Travel for other than (religious purposes) was often considered deviant behavior in antiquity. While travel to visit family was considered legitimate, the report of Mary traveling alone into the “hill country” is highly unusual and improper.

Note- The historically powerful (1:5, 2:1, 3:1) are noticeably absent in this scene, replaced by two pregnant cousins. Similarly, the politically or prophetically significant cities of Rome, Jerusalem, Bethlehem, and Nazareth are not the locale for this action, but rather the hill country of Judea.

v40-41.

When Elizabeth heard Mary’s greeting, the child leapt in her womb. And Elizabeth was filled with the Holy Spirit

The “greeting” was traditionally a formal address containing a statement about the person, eg. “Hail, King of the Jews.”

When Elizabeth heard Mary’s greeting, the baby leaped in her womb, and Elizabeth was filled with the Holy Spirit.  Mary’s song, the Magnificat in the next lesson, is actually a direct response to her relative Elizabeth’s statement to her, “Blessed is she who has believed that what the Lord has said to her will be accomplished!”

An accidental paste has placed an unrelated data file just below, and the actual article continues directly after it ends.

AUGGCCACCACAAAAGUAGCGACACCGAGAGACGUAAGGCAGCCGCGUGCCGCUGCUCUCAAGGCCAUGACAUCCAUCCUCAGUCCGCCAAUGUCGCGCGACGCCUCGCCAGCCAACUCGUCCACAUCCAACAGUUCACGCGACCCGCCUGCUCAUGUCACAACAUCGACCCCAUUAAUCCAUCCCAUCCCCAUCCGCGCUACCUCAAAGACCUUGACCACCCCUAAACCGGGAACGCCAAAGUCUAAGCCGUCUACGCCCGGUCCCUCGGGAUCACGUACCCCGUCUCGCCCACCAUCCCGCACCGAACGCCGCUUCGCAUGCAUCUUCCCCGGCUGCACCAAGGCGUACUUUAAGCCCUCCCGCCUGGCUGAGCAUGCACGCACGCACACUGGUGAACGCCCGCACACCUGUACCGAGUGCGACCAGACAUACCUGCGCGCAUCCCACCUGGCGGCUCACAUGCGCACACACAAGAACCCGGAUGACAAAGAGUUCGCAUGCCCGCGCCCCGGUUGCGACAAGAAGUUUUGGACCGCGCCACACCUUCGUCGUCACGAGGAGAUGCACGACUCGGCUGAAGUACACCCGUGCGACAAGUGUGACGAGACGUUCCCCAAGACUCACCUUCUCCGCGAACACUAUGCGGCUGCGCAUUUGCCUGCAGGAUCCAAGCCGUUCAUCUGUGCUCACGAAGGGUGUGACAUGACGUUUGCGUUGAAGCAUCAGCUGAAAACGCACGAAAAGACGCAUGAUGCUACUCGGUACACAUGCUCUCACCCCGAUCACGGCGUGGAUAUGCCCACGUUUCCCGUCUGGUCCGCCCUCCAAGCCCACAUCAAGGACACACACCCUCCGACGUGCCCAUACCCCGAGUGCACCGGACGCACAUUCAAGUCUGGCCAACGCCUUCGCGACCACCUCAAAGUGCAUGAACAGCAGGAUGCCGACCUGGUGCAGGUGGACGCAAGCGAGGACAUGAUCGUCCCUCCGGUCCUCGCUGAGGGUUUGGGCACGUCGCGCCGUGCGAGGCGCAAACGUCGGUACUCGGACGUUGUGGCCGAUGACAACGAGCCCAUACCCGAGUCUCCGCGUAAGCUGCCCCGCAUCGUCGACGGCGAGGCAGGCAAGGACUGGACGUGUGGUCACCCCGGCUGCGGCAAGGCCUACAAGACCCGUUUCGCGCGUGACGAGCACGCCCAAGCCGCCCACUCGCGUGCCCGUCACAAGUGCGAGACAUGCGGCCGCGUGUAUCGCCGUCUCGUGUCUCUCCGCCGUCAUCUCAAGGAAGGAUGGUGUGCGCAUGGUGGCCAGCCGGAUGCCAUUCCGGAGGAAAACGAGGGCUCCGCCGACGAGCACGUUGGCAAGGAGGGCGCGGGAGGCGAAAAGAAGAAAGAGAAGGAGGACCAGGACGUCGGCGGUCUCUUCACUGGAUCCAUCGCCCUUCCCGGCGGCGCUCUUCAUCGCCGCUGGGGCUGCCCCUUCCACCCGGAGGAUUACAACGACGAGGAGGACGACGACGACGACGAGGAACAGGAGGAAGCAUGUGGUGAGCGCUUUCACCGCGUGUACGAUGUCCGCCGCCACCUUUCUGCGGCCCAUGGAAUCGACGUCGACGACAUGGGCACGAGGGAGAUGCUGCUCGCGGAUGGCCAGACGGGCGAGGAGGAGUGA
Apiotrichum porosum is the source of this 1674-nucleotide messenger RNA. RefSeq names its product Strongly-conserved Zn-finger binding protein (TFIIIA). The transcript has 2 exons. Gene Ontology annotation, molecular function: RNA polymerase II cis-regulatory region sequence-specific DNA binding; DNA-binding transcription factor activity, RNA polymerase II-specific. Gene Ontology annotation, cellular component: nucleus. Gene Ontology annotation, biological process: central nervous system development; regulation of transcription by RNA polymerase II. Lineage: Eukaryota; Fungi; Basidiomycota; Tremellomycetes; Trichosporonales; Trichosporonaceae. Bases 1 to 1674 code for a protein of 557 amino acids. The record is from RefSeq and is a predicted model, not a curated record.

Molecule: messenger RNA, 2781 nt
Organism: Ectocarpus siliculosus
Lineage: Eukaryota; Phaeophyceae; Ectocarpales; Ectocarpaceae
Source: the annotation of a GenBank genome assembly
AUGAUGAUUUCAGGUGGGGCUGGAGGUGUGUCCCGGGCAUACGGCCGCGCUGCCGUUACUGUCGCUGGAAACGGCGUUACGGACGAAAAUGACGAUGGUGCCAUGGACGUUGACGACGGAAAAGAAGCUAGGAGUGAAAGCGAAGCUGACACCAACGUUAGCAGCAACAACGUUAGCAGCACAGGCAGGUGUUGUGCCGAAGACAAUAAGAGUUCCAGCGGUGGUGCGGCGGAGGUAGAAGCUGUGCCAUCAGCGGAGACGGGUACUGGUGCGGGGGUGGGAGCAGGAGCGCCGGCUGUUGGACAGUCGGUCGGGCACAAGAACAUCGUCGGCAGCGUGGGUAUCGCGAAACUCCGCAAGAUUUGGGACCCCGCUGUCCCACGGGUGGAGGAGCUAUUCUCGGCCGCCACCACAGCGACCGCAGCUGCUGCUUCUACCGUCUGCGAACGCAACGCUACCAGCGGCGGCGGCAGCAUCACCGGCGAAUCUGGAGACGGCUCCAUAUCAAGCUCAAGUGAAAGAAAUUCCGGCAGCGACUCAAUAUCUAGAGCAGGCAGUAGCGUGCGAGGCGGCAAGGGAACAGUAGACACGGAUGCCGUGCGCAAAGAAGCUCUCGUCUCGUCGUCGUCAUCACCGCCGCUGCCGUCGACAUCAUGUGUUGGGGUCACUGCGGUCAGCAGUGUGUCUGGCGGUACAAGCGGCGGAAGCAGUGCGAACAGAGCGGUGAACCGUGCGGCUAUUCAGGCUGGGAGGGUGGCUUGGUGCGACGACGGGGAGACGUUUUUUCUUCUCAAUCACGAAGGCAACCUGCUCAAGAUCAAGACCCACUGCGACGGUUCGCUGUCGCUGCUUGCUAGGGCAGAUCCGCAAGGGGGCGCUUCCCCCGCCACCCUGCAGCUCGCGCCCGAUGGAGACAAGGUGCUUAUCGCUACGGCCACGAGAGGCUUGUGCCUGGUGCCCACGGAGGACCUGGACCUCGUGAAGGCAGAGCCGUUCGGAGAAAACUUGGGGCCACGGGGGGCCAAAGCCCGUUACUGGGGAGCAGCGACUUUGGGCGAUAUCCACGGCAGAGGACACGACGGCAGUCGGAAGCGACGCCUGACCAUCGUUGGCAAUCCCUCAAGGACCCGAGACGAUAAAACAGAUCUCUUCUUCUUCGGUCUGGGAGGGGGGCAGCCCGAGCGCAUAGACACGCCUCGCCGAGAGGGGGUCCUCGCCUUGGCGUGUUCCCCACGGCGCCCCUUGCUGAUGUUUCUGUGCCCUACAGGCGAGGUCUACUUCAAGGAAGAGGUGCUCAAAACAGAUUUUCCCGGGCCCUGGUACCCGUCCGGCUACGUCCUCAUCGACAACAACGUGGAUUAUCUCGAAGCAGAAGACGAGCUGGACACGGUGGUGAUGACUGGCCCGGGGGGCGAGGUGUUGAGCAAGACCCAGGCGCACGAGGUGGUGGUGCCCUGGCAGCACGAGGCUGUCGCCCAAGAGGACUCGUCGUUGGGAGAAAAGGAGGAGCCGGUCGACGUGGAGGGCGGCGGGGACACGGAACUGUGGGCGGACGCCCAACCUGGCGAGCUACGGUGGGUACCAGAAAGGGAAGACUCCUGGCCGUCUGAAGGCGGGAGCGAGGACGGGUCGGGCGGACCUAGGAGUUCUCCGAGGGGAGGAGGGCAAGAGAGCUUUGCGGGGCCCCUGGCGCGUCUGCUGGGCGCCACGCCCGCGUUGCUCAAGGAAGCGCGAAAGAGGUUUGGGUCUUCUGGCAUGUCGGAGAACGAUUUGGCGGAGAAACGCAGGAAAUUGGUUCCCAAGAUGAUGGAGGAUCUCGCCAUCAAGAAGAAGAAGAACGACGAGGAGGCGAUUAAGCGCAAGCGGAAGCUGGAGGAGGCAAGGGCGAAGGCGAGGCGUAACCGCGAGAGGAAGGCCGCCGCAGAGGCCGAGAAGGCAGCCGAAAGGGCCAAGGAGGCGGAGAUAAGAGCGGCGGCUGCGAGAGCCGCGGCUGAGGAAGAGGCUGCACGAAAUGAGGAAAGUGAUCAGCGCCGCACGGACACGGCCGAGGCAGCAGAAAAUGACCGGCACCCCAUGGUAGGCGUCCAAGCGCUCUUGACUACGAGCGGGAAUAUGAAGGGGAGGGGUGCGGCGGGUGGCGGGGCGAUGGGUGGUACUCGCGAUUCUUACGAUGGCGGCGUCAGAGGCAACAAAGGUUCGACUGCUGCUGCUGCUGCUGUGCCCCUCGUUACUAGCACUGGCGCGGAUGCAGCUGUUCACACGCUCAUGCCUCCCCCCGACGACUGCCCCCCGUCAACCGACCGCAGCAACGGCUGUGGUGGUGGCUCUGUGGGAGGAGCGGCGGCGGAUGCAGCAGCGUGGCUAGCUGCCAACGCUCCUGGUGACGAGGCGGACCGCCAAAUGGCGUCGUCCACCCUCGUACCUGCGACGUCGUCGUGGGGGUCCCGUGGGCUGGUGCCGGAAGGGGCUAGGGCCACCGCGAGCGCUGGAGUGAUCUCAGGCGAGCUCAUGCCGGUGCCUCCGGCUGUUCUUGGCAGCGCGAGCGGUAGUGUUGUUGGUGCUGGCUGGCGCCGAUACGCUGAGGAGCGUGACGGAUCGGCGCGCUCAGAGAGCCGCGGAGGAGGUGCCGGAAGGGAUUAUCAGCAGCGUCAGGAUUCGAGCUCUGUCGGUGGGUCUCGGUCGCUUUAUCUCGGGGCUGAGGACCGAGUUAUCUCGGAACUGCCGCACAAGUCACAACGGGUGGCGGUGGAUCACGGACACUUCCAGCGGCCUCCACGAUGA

Mary’s greeting is mentioned three times in the text (40, 41, 44).

Note the progression:

In 40, Mary “embraced” Elizabeth, or, Mary “took Elizabeth to herself.”

In 41, this “embrace” is again mentioned and paired with John’s first “leap.”

In 44, Elizabeth announces “behold!”–unfortunately not translated in the New Revised  Standard Translation–and then cites Mary’s “embrace” as, again, the reason her child “leaped,” this time “for joy.”  The implications of Mary’s “embrace” are fully explored.

v42-45.

and exclaimed with a loud cry, ‘Blessed are you among women, and blessed is the fruit of your womb. 43And why has this happened to me, that the mother of my Lord comes to me? 44For as soon as I heard the sound of your greeting, the child in my womb leapt for joy. 45And blessed is she who believed that there would be a fulfilment of what was spoken to her by the Lord.’

John kicked in the womb – There is precedent in Old Testament tradition for unborn children to provide clues to God’s work in the world (Gen 25:22-23, Jer 1:5).